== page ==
9. Remember that it is not your paper

When reviewing a manuscript, your job is to help make the work more rigorous, complete, and clearly presented. Provided that the work meets the journal’s quality standards, the authors should have the final say in how material is presented and interpreted. It is their paper, not yours.

10. Be a good role model

Reviewing manuscripts with your students and postdocs can provide a great teaching opportunity. Be aware, however, that young scientists can be a bit too eager to demonstrate their ability to find a manuscript’s faults rather than its strengths. Train them in the principles just outlined. Remember, if one of your students reviews the manuscript, it is up to you to make sure that the comments also accurately reflect your opinion, as you are the one submitting the review.


As an author, you should always strive to publish the best articles possible. It is therefore important that you accept that the review process exists to help you reach this goal. Although receiving criticism can be difficult, authors can turn reviewers’ criticisms into something constructive. Ask yourself whether the reviewers have made valid points that you can address to improve your work. If it seems that the reviewers missed important points, ask yourself whether you communicated your findings clearly. Once you have made an honest analysis of your reviews and your manuscript, if you feel that a mistake was made in evaluating your manuscript, then defend your position with a thoughtful rebuttal based on evidence.


As just discussed for reviewers, a monitoring editor should handle a manuscript only if he or she can do so without bias and in a timely manner. A monitoring editor should also be familiar with the above guidelines for reviewers. Because authors’ and potential reviewers’ time is precious, it is important that a monitoring editor first decide whether a manuscript is appropriate for the journal based on area, scope, and depth, and that he or she reject an article editorially if its prospect for success is low.

Importantly, once a manuscript is reviewed, it is crucial that a monitoring editor identify which of any additional experiments suggested by the reviewers are required to make the work acceptable and which are not required because they are outside the scope of the study.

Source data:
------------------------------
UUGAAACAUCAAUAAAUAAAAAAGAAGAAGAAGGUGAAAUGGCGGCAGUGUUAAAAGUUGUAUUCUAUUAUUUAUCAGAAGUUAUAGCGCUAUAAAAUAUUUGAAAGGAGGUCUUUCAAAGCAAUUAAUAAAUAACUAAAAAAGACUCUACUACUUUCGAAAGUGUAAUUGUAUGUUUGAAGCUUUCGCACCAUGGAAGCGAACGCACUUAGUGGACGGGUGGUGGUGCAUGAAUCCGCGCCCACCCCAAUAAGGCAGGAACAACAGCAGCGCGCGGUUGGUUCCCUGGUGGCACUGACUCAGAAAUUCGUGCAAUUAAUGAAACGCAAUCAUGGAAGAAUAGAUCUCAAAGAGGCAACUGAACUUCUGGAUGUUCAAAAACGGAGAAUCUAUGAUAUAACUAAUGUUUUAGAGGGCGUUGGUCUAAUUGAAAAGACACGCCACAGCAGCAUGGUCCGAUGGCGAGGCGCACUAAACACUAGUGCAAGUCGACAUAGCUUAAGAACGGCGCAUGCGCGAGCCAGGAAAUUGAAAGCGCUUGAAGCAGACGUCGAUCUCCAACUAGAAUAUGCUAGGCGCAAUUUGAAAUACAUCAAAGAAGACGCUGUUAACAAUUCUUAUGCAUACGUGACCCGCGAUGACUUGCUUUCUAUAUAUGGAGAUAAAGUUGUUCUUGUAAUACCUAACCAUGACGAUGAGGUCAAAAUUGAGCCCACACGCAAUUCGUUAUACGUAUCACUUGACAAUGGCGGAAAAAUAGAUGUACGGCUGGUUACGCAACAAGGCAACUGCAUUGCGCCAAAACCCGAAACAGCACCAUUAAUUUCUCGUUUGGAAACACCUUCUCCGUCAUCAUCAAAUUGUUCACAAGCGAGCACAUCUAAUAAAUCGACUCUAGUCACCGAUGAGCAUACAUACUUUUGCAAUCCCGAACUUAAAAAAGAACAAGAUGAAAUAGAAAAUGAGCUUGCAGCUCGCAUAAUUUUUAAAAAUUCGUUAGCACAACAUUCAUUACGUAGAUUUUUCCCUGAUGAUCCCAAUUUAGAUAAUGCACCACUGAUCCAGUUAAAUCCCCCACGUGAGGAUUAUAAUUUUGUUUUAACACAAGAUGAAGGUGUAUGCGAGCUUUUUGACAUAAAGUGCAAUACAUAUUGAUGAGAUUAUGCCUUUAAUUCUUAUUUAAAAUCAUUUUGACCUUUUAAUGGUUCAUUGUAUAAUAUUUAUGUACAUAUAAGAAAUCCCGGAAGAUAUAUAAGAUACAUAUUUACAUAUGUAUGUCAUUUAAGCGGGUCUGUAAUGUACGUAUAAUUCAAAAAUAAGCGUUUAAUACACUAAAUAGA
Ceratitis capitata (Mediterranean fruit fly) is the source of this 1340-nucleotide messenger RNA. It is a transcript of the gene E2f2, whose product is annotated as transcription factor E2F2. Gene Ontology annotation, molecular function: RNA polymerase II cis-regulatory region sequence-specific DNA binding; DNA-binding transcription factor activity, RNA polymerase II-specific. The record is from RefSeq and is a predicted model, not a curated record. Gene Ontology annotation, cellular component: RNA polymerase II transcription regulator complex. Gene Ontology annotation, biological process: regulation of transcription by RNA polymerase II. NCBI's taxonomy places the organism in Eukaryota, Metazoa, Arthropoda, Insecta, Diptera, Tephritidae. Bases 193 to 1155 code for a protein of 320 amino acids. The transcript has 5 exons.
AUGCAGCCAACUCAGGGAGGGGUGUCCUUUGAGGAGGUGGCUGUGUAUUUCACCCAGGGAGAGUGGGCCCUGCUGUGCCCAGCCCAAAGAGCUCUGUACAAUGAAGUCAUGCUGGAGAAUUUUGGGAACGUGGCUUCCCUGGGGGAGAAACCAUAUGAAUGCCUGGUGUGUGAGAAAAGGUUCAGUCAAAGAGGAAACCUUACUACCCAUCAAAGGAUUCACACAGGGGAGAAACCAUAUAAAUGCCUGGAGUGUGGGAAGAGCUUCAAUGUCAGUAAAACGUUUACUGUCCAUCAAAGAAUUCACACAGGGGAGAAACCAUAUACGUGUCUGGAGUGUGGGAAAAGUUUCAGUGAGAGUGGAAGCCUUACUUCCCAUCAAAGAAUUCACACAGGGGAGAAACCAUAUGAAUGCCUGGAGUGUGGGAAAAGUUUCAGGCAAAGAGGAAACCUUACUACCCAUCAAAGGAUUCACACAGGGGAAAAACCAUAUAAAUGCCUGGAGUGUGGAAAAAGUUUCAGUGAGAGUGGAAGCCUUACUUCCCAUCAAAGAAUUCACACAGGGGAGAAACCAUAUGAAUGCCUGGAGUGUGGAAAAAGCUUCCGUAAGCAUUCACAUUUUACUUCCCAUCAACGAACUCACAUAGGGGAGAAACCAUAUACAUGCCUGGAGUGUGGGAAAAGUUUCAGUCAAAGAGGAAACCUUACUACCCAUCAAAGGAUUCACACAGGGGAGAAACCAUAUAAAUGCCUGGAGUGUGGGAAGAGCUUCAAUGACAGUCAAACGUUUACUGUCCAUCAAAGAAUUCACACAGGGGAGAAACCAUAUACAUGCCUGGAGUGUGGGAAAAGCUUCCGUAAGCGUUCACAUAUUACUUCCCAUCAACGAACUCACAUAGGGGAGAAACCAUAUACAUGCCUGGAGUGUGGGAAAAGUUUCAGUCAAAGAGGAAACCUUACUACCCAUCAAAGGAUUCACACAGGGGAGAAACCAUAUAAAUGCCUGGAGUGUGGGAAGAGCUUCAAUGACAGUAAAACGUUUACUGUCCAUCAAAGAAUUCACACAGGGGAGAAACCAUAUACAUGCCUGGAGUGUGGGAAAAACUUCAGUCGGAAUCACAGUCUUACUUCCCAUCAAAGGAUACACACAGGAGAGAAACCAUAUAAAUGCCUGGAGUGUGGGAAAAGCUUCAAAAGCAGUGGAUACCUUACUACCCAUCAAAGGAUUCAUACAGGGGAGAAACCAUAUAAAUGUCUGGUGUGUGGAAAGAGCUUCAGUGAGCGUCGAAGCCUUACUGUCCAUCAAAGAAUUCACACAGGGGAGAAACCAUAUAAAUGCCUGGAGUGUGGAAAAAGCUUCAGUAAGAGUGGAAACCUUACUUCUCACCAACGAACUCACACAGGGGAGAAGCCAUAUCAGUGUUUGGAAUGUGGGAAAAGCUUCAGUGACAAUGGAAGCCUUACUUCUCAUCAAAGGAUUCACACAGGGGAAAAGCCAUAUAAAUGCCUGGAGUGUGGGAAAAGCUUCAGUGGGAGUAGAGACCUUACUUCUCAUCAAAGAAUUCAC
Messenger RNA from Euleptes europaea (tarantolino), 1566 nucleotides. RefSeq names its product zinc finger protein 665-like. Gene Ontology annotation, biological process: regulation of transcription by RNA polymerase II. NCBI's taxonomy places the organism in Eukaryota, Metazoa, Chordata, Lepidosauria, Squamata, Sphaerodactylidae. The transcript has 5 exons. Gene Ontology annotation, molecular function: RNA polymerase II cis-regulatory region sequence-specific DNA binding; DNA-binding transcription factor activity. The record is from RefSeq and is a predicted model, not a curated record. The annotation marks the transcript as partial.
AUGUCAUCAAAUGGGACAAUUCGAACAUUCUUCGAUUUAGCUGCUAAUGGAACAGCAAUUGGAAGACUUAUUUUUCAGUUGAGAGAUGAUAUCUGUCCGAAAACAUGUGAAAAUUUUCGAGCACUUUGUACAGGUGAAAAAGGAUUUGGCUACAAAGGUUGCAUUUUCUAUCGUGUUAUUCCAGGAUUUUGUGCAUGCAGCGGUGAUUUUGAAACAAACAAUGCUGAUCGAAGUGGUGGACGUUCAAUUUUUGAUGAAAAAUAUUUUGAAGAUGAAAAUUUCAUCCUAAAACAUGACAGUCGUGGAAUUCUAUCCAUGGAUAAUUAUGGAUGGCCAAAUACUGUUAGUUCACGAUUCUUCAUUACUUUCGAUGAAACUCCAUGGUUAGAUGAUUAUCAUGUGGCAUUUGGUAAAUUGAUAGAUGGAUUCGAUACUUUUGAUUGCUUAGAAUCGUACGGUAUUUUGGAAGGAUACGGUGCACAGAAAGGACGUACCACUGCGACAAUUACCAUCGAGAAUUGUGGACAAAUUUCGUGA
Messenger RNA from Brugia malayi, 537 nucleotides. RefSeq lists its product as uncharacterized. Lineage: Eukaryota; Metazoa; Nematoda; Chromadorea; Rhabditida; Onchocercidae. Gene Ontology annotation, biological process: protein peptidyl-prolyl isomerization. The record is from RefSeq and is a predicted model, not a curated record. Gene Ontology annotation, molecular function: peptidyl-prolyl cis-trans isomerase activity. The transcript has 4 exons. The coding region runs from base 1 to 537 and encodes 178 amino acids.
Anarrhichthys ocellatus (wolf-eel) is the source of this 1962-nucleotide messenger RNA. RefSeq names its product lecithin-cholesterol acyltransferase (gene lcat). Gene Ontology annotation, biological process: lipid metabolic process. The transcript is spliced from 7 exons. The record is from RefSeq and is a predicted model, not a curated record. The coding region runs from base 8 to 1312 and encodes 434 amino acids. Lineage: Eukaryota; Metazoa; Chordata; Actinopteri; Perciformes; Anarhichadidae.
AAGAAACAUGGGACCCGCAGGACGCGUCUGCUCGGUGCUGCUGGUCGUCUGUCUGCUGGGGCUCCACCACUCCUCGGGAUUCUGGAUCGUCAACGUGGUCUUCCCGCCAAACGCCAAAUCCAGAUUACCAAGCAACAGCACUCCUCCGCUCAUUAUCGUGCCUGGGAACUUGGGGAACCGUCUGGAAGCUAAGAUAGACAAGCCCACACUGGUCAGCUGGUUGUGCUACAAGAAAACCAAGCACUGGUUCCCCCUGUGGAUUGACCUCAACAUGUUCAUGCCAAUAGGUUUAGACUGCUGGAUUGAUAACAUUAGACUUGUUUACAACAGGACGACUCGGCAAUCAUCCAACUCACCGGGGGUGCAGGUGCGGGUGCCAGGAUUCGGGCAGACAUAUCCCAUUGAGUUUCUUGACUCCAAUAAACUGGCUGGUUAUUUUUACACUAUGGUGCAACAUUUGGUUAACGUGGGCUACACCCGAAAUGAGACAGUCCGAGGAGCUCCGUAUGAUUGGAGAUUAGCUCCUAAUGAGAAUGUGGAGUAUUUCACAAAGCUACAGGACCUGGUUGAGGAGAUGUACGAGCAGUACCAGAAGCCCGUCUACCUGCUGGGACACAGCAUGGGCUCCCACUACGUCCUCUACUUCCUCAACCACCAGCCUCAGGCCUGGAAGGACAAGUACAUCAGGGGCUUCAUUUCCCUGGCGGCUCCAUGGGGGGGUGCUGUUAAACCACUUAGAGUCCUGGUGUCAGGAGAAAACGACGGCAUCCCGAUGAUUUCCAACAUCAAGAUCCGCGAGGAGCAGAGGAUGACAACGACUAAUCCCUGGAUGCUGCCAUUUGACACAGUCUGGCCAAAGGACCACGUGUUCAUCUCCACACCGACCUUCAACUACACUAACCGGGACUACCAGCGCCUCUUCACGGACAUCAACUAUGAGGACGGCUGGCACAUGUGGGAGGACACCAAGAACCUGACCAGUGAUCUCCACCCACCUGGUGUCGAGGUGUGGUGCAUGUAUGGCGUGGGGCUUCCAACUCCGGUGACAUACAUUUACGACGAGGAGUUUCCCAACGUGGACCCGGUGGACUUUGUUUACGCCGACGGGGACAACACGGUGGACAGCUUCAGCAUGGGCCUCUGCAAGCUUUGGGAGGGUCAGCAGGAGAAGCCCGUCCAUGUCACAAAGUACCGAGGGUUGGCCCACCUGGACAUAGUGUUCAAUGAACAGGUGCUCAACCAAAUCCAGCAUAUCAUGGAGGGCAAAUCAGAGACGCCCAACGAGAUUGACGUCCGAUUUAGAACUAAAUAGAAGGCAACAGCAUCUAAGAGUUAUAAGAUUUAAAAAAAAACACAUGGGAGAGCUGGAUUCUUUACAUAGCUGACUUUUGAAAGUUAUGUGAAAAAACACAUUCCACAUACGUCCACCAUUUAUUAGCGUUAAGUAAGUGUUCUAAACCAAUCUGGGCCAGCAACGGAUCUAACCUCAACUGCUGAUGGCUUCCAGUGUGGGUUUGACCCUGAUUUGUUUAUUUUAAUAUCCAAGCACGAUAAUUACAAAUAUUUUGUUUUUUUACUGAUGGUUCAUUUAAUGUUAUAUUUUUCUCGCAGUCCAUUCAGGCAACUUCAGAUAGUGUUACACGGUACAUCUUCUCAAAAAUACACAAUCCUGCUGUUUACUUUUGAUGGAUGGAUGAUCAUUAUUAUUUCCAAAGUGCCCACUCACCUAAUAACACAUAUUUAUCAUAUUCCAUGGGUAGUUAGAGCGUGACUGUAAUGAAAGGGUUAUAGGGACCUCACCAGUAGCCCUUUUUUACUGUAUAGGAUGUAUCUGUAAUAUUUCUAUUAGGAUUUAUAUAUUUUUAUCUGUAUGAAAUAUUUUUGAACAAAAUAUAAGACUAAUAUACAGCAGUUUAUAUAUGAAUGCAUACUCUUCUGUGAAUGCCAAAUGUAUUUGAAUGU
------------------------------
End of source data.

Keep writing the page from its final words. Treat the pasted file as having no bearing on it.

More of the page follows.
Monitoring editors should, whenever possible, give authors a chance to respond to critical reviews. The critiques should be relayed to the author verbatim, without any censoring; a monitoring editor should comment on insensitive and/or unprofessional comments in reviews, and should make it clear to the authors and reviewers that such remarks are inappropriate. Alternatively, the editor may first give the reviewer a chance to reword any inappropriate comments before they are forwarded to the author.


MBoC’s policies and practices help to ensure a thorough, fair, and constructive peer review process and to facilitate scientific communication. First and foremost, MBoC’s editorial board comprises working scientists, dedicated volunteers committed to implementing the principles just presented. Before our monitoring editors will send a manuscript to reviewers, these editors decide whether a manuscript fits the scope of the journal. Therefore, reviewers can focus on evaluation of the quality and originality of the work. Although we do not ask reviewers to predict a manuscript’s impact, MBoC has published its share of citation classics (Botstein, 2010). Anyone surprised by this fact (Anonymous, 2010) is missing the important point: Good science gets noticed wherever it is published.

Importantly, MBoC does not have arbitrary limits on space allotted for words, figures, and references, and it places a premium on full documentation. At MBoC we believe that space limits seriously impede scientific communication among cell biologists. As Judson (1994) pointed out, the trend at most other journals is “to keep articles short and assertive. Reports are condensed. Discussions and conclusions are simplified. Qualifications and cautions are abbreviated or penciled out… The general scientific reader is baffled, even to some degree misled… [and] the first outside readers to be affected by these practices are, after all, the referees [who] are being deprived of the means to be confident in their judgments.”

Another major impediment to scientific communication is time lost when a worthy manuscript is rejected after a lengthy review that took many weeks or months. Having to repeat the whole submission, review, and revision process from the beginning at a different journal is beyond maddening. For this reason, MBoC invites authors to include with their submitted manuscripts reviews and decision letters received from other journals. In such cases we ask authors to include responses to the reviewers’ criticisms and to the editor’s assessment. Before sending the manuscript to MBoC, it is advisable to take advantage of advice in the reviews and to clarify any points that were misunderstood by the previous reviewers and editors. If a manuscript is sound scientifically but was not a good fit at another journal for other reasons, we can often use the reviews to expedite assessment of the manuscript’s suitability for publication in MBoC.

If authors, reviewers, and editors do their part, civil and constructive scientific discourse will prevail in the peer review process, and scientific communication will be enhanced.


I thank Georjana Barnes, Doug Kellogg, James Nelson, Tom Pollard, Sandy Schmid, and Jean Schwarzbauer for helpful discussions and comments on this editorial.


  • Anonymous (2010). Breakthroughs from the second tier. The Scientist 24, (8) 30. Google Scholar